It is funny that whilst anything relating to birth is decried by the religious minorities in this country as being against god, they are quite happy for medical science to prevent their death.
Matt W, US
How can anybody create a life when one is not sure of the consequences of such manipulation? I wonder how many people who are vehemently are arguing that these things are bound to happen would be willing to offer themselves or their bodies for all these experiments? A person's right to research and create life doesn't extend to include imposing a life of suffering on someone-else. True, it may not be a life of suffering and scientists are probably only too wary of the process. But still, the fact remains that nothing's proved and the process once initiated cannot be undone. We haven't reached those stages where enough research has been done and it's safe to go ahead with it.
When Benjamin Franklin invented the lightning rod, the clergy condemned it as defying the will of God. People are still using God to stop progress. I think it's strange to clone humans and it may be a big mistake, but I don't see it as immoral.
Instead of producing yet more human beings, it's about time the same effort and money were put into making conditions better for those people already living on the planet. When disease and poverty do not take the lives of millions of people, when children are not systematically abused or murdered, when a new parent can be assured that their offspring will grow up in a safe environment: then is the time to consider cloning.
Nina, London, UK
As a pastor, I believe the question of cloning is prophetic fulfilment that says in the last days knowledge will increase. It's just unfortunate that may be those who do the exercise are not "born again" Christians and don't read the bible. Science without the knowledge of God makes one work against the creator.
I find it strange that so many people out there have absolutely no understanding of the word ethical. The say that cloning is not ethical. From my understanding of the meaning "Being in accordance with the accepted principles of right and wrong that govern the conduct of a profession" Now I was a scientist for 10 years and my understanding was always that science was all about the search for knowledge and understanding of things so how can cloning be unethical? Could it be that the people who are labelling cloning as unethical have religious tendencies which makes anything not 100% natural unethical? I do think that there should be controls over the use of cloning technologies but a ban would by definition be unethical for a scientist as it goes against the search for knowledge and understanding.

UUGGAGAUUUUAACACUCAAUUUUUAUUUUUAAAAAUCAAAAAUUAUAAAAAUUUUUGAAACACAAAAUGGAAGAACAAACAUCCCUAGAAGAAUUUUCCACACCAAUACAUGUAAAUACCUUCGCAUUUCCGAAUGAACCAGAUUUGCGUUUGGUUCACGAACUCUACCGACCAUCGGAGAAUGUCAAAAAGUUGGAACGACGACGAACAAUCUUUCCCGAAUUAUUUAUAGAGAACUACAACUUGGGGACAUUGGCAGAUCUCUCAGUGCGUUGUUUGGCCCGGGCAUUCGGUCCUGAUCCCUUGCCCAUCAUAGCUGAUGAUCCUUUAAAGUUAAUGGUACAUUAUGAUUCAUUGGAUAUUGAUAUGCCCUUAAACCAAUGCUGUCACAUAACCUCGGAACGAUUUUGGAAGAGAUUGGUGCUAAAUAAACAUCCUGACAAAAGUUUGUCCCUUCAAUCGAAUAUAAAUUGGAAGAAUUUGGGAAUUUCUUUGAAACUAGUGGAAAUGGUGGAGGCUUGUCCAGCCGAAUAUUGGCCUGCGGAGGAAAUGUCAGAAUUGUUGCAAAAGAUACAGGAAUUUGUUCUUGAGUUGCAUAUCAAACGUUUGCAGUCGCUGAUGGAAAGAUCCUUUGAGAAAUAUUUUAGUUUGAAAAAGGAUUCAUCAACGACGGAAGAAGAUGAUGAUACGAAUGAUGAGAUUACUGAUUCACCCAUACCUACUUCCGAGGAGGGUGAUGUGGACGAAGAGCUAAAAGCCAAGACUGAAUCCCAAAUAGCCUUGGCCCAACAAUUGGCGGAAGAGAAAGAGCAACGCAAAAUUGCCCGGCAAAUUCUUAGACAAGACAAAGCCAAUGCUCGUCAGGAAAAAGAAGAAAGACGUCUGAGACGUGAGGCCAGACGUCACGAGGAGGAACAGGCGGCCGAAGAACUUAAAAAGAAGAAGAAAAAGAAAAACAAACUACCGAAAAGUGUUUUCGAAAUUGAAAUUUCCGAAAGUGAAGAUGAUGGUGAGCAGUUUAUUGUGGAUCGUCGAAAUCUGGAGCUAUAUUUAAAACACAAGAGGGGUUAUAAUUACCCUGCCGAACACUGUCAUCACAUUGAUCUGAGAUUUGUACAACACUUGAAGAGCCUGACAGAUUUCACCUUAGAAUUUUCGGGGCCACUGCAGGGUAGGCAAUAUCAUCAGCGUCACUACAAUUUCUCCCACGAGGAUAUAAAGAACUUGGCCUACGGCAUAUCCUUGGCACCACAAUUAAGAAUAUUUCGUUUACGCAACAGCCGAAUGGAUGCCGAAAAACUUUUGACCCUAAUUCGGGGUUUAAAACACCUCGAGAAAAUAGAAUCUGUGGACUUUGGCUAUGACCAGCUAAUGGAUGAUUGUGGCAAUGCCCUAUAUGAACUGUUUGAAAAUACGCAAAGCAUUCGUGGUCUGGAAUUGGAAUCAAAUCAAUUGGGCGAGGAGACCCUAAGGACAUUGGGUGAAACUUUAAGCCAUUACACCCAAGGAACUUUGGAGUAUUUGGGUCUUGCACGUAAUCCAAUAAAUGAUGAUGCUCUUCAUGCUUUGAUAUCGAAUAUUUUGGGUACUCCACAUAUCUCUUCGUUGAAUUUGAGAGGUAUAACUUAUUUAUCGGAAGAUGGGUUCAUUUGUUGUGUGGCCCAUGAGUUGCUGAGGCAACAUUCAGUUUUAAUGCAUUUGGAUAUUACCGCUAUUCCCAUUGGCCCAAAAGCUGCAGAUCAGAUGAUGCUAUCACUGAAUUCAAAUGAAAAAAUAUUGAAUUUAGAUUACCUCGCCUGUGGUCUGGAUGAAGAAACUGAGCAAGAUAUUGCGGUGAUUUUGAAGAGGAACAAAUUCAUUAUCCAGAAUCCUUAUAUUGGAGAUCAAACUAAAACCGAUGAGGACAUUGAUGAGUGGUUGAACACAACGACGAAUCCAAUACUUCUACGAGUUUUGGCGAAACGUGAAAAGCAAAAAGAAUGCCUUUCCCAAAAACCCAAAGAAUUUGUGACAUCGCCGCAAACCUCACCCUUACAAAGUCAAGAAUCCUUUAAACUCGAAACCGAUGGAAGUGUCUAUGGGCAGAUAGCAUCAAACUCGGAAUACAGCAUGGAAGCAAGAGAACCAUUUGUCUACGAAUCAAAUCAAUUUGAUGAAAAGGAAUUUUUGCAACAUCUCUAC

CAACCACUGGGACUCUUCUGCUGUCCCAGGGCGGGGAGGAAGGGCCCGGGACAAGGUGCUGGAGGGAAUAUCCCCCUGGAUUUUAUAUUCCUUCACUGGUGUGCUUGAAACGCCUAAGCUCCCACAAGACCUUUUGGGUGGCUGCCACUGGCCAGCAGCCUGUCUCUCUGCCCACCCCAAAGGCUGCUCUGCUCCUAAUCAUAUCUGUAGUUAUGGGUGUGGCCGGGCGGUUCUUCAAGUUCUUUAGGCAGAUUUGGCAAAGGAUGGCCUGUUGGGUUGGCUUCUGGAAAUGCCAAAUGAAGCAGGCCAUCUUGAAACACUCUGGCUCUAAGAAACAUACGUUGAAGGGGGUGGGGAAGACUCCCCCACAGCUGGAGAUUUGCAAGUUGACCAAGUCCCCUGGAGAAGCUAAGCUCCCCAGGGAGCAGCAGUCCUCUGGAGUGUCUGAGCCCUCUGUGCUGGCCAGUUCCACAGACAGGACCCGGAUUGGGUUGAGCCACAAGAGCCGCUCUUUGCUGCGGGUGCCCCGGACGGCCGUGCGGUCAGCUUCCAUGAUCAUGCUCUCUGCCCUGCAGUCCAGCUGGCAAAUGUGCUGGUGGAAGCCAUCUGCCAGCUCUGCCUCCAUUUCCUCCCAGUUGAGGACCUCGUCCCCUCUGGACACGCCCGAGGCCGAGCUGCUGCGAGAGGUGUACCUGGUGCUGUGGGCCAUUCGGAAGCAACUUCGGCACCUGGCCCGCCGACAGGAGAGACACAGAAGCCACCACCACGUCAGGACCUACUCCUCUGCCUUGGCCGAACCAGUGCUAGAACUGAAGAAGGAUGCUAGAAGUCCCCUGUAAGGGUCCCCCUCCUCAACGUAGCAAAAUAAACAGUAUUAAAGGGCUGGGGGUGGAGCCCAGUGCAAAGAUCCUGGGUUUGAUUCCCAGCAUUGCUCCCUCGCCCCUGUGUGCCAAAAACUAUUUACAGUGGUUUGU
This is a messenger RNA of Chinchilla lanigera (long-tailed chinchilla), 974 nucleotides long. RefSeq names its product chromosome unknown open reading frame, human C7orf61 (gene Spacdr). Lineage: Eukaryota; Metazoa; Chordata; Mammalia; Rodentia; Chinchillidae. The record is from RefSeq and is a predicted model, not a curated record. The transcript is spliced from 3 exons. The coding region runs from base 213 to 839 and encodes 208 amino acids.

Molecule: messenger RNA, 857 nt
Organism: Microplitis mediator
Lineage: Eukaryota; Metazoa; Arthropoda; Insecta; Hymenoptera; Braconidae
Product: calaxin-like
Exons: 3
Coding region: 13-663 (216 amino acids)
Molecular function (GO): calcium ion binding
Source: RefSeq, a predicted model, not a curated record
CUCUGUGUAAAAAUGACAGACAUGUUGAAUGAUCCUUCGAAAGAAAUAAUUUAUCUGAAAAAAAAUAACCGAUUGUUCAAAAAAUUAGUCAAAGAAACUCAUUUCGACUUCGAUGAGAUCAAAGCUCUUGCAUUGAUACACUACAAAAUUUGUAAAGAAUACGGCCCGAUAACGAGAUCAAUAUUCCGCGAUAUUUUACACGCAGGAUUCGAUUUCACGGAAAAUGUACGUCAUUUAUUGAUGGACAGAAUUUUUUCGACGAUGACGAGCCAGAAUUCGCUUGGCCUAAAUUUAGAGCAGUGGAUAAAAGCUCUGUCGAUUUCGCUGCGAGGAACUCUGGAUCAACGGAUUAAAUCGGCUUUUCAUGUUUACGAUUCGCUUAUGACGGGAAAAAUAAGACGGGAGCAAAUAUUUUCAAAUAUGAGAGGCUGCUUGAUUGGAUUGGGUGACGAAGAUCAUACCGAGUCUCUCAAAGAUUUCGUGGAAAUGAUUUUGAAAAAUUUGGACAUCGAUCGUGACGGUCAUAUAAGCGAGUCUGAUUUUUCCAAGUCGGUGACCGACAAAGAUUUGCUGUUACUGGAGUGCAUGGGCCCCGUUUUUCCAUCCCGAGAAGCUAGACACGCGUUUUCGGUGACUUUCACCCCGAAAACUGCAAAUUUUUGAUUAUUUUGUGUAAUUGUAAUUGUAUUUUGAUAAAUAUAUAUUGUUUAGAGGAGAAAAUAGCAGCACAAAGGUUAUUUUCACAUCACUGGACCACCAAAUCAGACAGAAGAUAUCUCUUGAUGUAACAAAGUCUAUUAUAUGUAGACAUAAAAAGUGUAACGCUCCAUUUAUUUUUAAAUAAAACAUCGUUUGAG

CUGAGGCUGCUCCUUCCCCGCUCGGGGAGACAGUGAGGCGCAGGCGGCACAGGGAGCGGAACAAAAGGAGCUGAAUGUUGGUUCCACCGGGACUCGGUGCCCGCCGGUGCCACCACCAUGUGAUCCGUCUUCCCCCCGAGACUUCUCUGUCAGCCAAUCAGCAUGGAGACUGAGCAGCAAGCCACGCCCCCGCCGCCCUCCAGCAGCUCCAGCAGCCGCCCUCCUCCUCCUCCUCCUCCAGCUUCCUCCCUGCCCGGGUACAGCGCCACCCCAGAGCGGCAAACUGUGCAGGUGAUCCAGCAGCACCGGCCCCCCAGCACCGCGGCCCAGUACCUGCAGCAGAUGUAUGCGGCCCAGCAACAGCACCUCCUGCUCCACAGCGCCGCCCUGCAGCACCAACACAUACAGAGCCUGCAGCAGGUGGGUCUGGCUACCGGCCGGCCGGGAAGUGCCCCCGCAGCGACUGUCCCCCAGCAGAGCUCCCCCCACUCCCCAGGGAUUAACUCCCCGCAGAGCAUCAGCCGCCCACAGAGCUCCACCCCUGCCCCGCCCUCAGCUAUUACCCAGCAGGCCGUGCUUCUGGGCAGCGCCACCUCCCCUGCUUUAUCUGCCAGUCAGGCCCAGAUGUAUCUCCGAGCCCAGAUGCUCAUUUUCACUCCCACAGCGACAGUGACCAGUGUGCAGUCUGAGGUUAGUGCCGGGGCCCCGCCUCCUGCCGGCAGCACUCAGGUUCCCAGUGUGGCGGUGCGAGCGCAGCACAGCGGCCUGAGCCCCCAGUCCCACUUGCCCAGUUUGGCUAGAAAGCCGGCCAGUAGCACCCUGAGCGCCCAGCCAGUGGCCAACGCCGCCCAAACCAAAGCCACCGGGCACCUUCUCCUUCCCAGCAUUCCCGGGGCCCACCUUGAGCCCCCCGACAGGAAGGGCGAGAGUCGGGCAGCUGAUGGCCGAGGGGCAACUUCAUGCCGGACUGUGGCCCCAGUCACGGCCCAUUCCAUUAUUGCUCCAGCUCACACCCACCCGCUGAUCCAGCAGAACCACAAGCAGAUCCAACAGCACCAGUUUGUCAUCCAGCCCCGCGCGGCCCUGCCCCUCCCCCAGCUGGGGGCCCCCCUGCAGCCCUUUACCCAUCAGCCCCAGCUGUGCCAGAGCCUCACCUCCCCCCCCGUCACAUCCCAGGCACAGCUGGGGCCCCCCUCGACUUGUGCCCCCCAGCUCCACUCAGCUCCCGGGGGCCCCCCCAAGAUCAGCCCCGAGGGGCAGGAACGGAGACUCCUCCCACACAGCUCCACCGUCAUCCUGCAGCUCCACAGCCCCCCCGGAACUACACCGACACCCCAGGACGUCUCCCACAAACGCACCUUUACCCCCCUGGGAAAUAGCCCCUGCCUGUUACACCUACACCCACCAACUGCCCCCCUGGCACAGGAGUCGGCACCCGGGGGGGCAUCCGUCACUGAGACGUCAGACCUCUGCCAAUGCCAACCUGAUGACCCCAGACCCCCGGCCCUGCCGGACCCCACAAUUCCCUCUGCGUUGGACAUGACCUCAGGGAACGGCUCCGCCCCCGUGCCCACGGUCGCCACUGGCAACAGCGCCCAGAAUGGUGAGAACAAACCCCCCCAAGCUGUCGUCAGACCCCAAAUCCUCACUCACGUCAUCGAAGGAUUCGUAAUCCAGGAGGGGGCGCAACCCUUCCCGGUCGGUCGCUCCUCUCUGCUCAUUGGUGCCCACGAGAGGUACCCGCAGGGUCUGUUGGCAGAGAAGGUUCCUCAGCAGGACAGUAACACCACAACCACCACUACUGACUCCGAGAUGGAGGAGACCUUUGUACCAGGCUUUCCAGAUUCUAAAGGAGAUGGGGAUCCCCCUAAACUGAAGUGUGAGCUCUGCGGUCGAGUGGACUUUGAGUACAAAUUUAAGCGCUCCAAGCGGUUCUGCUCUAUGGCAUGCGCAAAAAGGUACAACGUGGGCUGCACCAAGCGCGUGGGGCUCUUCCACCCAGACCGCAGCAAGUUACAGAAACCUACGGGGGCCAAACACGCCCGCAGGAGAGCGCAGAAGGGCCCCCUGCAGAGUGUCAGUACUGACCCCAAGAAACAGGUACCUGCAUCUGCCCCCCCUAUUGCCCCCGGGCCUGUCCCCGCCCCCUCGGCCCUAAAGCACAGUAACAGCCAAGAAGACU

Lawrence, Edinburgh. Human cloning clearly is scientifically un-ethical because it is tantamount to unsolicited experimentation on a human being. Within already existing guidelines this is may be acceptable i.e. taken only to a foetal stage before destruction, but to allow it to develop into a child and adult is irresponsible and frankly revolting.
Mick B, UK
Cloning is a little like a hammer. A hammer and nails have lots of potential uses from building a shed to putting up a picture. About 2000 years ago some people used this fantastic new technology to nail people to large pieces of wood and hang them up to die. Should we ban this terrible new weapon? Could we ban it? I suspect not. Instead we remember a victim of the hammer whose words laid down an ethical foundation that moved his society beyond crucifixion as a way of solving it's problems.
We cannot regulate tools, processes or techniques - once invented there is no easy way to forget. What we need is a more comprehensive ethical framework that can deal with the issues that Jesus never even considered 2000 years ago.
Cloning should and must be regulated, but an outright ban would harm the progress of science. People were sceptical and horrified when IVF came about and, of course, people will be now. However, we now use IVF every day. As long as these cloned children are given the human rights endowed on all of us and are brought up correctly, I see having a clone as nothing more exciting than having a twin. I do not believe that cloning will take away individual uniqueness, since the 'parent' and the clone will still be separate people, with different lives and personalities. We can only clone the bones, muscles and organs which make up a person, not that person's individuality.
A fundamental part of being human, is to be unique. That completely goes out the window with cloning, and I would wholeheartedly support any ban imposed upon it.
This whole cloning business sickens me for the same reasons it sickens so many others... but what really bothers me is that these "brilliant" scientific minds can't concentrate their efforts into conquering cancer and heart disease - the real threats we face every day. This "bypassing God" business seems quite sick and dangerous to me. I hope it was all a hoax.
I don't think cloning in and of itself is wrong - it simply creates identical genetic material, the same way having a twin would. I do, however, worry that someday it could be used to create a certain type of 'designer human'. I don't think this is a possibility in the near future though, and I don't think we should ban human cloning until more research is done into the possible risk and benefits. If we were to always fear something new, then we'd still be stuck in the Stone Age.
The same arguments that are made against human cloning can and were made about other technological advances like the creation of the telescope or the automobile.
The real reasons people are against it are that it is unnatural and new to them and because over the years Hollywood has made a scary depiction of it.
P. Burns, England
I think that human cloning should be banned. I mean, is the world dangerously unpopulated? We already have billions of people on earth and we don't need more - at least not by artificial means.